|30 January 2020
Neanderthals could swim and dive?
Over 100,000 years ago at the Grotta dei Cavalli (Cave of Horses) on what is now the northwestern tip of Sicily, a group of Neanderthals made tools from clamshells - one of only three sites in the world where strong evidence has been found of systematic shell scraper manufacture by Neanderthals, another being the Grotta dei Moscerini (Cave of Gnats), a large seaside cave at the base of a cliff on the tip of Italy's boot-heel about 500 kilometres to the northeast.
The tools were found throughout multiple archaeological layers dating from 106,000 to 74,000 years ago, but were not distributed evenly throughout the Neanderthal-associated sequence; where shell tools were common, stone tools were not.
Neanderthals made stone tools, but their shell-based toolmaking is less well-known. In 1949, archaeologists found 171 at Moscerini. Another 136 were separately found at Cavalli, and much smaller numbers in other Neanderthal sites such as Kalamakia Cave in Greece.
The assumption had been that the Neanderthals picked up shells on the beach, but between a fifth and a quarter of the specimens found at the two sites in Italy seem to have been collected alive. All were made from the smooth clam, Callista chione. The shells are almost evenly thin from the bulge of the half-shell to its edge. Edges were shaped with stone hammers, and experiments demonstrate that unlike stone the cutting edges of the shells can be retouched two to three times without changing the cutting angle.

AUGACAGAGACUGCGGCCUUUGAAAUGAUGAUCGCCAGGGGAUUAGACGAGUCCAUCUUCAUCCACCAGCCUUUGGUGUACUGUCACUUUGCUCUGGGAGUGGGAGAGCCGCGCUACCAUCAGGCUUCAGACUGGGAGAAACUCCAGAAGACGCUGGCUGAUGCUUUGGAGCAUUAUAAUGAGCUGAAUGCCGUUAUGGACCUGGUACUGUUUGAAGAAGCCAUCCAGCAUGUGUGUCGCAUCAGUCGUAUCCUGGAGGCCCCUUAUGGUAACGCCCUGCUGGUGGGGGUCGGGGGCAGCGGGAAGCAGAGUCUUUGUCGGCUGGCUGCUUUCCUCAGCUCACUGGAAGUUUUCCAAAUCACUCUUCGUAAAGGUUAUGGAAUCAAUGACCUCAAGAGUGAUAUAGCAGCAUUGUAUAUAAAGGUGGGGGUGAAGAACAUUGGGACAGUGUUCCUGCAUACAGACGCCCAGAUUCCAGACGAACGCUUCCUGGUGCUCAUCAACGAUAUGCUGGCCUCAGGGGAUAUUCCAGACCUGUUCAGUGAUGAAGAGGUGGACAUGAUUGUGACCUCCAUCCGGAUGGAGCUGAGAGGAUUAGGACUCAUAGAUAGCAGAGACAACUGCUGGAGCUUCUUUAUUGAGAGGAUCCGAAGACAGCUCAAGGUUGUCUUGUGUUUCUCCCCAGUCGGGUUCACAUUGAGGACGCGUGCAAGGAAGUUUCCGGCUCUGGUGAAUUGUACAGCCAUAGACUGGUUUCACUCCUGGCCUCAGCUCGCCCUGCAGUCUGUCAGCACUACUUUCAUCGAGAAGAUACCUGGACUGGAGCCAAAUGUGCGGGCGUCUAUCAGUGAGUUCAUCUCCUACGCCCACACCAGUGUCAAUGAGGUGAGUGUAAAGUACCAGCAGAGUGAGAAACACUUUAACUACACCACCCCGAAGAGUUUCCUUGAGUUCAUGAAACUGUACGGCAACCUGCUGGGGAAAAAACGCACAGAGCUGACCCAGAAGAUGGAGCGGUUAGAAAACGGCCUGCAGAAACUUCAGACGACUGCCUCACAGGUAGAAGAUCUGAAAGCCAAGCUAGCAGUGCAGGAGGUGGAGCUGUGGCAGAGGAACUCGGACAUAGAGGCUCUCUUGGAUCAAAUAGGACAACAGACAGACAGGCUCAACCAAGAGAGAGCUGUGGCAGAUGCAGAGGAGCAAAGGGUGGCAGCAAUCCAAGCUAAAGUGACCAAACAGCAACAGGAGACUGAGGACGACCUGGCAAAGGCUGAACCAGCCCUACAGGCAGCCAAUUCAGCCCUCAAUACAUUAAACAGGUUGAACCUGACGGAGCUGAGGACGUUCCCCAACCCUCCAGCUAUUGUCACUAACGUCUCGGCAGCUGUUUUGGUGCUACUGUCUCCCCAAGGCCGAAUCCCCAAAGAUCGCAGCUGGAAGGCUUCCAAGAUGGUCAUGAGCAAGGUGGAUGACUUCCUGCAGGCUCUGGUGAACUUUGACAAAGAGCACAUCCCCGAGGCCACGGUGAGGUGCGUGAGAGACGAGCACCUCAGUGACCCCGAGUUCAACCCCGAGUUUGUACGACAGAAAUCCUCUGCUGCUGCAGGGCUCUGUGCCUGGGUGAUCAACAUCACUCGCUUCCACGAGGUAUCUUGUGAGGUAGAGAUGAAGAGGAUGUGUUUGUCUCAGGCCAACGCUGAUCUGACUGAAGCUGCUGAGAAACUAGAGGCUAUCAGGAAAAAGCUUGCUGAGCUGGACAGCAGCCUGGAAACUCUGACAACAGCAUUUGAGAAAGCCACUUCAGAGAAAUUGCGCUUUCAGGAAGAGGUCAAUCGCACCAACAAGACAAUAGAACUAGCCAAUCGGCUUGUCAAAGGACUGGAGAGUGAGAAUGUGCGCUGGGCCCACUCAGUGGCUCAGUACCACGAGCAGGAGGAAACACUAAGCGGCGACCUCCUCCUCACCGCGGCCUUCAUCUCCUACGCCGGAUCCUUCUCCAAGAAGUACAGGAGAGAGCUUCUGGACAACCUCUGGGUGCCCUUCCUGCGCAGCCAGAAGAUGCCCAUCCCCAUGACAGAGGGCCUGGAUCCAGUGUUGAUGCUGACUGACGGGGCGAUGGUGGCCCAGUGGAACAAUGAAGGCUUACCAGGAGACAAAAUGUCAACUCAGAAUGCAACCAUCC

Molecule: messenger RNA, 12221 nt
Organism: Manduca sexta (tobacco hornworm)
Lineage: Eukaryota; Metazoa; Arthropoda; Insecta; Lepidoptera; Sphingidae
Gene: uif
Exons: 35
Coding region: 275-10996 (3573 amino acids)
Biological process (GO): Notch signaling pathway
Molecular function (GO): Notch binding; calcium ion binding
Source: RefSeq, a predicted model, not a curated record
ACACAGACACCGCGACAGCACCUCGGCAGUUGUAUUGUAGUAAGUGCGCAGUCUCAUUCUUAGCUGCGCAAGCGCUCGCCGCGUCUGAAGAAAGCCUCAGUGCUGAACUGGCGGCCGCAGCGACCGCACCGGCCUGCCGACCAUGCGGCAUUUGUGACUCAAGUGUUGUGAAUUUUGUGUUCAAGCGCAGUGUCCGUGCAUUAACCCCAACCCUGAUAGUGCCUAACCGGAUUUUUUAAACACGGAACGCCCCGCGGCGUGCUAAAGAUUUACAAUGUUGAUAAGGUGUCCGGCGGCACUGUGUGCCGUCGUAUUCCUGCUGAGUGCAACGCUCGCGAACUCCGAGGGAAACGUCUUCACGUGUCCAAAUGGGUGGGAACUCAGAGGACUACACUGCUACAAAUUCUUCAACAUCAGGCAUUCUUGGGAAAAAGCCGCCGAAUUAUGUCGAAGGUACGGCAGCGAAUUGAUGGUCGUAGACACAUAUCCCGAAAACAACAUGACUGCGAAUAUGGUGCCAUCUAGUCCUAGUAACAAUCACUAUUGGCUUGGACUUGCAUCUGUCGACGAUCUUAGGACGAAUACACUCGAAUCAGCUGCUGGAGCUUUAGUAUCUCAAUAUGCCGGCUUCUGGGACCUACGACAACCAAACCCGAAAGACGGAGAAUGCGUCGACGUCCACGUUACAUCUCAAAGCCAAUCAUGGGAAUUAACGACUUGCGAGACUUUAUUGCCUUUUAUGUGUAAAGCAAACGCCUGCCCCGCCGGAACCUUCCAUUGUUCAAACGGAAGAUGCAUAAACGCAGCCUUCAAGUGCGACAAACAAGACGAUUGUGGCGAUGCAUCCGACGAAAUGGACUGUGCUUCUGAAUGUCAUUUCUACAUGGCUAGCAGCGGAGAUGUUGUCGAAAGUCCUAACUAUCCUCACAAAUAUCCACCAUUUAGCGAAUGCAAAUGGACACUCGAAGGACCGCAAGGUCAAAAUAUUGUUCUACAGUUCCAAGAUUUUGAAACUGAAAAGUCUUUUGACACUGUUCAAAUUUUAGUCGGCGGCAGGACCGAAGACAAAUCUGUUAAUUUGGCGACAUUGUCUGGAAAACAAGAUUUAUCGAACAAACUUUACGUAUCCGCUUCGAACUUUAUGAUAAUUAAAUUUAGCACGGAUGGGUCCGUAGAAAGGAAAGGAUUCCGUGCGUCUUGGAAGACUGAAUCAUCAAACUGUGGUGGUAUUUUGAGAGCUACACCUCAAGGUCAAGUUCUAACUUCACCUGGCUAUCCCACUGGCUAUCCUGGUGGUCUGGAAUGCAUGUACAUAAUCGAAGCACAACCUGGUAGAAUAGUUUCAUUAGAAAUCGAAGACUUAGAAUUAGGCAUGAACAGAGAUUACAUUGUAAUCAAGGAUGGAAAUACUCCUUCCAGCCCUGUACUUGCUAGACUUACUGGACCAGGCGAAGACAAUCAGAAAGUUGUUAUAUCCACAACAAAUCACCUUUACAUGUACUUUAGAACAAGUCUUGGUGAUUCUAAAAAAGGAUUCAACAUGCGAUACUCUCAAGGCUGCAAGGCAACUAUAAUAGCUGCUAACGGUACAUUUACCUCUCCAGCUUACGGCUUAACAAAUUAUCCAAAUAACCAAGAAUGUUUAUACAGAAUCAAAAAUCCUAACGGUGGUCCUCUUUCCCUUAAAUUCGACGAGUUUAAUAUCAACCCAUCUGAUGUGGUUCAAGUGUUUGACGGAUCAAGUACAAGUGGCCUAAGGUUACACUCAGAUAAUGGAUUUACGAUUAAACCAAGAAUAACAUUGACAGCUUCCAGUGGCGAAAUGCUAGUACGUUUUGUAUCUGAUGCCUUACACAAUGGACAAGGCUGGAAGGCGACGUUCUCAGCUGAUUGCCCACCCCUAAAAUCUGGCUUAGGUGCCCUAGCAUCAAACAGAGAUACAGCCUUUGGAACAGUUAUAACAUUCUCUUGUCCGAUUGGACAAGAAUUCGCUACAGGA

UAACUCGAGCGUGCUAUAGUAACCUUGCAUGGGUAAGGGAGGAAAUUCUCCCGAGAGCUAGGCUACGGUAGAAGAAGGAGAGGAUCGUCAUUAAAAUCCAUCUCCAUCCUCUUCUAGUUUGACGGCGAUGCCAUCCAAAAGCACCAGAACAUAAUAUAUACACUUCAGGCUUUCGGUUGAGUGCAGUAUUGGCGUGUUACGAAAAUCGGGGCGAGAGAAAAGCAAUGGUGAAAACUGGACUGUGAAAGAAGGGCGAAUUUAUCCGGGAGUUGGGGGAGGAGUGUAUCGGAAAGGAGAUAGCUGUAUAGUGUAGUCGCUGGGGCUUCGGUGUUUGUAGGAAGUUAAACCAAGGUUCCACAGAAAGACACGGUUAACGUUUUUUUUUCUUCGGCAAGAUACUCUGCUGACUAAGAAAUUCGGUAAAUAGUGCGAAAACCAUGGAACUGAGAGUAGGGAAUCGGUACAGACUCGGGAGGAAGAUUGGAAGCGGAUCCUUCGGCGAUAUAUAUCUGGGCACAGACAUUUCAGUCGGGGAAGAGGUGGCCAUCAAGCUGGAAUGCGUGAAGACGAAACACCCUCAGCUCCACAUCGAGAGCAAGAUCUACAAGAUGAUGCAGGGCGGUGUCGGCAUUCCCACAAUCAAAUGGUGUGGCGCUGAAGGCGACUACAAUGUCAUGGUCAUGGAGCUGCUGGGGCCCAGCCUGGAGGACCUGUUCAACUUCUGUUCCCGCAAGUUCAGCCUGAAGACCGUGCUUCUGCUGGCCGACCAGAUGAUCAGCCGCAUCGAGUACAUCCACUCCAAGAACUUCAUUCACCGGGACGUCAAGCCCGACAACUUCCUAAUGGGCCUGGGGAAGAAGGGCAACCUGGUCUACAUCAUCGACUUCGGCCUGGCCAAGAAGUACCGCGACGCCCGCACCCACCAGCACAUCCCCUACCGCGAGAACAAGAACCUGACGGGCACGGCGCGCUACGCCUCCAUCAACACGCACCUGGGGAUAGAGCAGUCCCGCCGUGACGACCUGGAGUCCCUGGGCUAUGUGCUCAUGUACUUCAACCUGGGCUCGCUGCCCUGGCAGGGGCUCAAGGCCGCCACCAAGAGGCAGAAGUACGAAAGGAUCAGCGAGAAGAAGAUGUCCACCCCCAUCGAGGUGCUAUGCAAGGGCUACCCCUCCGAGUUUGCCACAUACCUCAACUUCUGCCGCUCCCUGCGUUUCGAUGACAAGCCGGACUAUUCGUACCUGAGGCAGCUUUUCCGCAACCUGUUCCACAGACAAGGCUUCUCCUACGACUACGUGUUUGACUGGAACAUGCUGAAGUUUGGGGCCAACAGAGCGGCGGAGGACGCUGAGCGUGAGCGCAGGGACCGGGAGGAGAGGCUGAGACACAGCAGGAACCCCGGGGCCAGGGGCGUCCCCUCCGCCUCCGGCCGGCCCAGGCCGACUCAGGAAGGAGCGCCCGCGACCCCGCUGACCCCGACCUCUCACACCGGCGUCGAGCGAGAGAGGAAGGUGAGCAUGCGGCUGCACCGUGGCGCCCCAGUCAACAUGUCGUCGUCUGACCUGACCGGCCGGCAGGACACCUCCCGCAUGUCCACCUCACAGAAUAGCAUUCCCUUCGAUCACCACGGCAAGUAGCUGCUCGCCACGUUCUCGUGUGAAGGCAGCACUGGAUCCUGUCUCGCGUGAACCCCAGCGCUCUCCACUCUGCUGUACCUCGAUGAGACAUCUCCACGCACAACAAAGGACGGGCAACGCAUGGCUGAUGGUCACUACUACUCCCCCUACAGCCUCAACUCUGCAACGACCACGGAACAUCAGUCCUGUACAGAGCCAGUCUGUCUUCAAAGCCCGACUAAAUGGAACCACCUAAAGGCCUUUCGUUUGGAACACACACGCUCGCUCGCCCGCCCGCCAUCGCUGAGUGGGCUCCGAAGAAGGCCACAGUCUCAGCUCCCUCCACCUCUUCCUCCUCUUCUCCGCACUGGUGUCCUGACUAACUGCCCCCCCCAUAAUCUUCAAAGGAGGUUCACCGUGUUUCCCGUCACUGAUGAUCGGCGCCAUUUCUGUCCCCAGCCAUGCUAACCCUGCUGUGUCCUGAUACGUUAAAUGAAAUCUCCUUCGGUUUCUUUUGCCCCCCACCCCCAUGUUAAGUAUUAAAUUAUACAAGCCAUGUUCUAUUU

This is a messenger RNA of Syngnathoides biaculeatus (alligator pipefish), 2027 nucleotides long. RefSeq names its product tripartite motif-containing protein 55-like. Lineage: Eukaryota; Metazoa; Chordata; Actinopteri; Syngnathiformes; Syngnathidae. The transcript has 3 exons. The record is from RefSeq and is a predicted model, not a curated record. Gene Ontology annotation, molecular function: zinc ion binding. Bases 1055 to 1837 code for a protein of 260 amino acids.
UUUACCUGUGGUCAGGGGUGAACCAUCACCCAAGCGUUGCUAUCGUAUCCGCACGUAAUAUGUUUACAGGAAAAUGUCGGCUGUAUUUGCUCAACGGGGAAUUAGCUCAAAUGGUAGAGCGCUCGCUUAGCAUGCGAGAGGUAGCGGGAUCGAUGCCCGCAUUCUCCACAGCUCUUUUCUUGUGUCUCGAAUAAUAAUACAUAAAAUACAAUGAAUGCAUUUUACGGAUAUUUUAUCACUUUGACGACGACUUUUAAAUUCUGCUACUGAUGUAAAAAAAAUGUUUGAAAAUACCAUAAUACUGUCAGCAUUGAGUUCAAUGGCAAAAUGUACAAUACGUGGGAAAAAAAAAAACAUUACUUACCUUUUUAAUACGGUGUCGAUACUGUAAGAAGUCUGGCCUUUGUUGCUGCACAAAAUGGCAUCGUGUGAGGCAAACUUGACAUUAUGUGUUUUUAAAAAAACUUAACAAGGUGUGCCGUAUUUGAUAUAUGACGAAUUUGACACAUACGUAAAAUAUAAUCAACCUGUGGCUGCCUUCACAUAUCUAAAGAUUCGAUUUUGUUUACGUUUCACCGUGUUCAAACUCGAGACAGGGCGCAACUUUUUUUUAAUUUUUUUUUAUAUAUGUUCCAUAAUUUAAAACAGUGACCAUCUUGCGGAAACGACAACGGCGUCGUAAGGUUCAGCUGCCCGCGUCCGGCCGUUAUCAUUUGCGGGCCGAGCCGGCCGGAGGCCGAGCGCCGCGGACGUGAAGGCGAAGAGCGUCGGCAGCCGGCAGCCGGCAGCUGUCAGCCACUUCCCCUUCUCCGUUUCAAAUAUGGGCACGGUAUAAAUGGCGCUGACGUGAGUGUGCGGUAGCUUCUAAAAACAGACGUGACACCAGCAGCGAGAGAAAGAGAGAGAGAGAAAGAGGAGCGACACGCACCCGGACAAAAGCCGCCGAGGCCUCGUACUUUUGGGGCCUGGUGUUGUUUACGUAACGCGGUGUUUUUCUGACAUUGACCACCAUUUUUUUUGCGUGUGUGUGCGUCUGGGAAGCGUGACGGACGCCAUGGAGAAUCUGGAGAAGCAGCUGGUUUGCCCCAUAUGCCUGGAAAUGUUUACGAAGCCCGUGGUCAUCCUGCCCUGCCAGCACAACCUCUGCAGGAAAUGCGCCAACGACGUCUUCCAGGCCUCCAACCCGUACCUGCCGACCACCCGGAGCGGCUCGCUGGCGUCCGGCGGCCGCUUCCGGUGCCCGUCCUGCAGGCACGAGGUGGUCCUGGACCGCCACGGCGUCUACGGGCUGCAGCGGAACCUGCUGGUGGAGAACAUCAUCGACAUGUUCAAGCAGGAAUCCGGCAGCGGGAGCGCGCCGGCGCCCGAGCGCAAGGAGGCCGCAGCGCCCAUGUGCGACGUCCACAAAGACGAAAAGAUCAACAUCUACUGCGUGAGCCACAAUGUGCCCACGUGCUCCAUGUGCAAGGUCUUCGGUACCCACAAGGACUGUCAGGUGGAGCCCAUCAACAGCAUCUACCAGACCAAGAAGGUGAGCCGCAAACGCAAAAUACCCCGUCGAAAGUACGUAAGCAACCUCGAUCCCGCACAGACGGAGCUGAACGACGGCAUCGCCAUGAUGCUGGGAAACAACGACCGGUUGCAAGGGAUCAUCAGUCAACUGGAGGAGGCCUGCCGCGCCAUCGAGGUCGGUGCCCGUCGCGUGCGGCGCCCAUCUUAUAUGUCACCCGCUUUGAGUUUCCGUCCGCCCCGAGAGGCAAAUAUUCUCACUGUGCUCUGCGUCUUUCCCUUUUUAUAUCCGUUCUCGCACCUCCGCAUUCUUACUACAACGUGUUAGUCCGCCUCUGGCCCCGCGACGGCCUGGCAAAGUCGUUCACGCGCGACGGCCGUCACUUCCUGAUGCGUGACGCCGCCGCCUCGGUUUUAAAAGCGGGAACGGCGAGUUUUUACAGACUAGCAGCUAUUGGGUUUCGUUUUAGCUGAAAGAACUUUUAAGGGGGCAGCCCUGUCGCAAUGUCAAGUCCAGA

Studies show that Neanderthals preferred meat but also caught fish in shallow freshwater and ate shellfish. Neanderthals 115,000 years ago in what is now Spain bored holes into shells and coloured and decorated them. Erik Trinkaus of Washington University in St Louis, USA, reports evidence of "surfer's ear" in Neanderthal skulls - bony growths in the ear canal prevalent among humans who swim in cold water. Interestingly, surfer's ear seems to have become less common in Upper Palaeolithic Neanderthal communities although signs of marine resource use remain.
Edited from Haaretz (15 January 2020)
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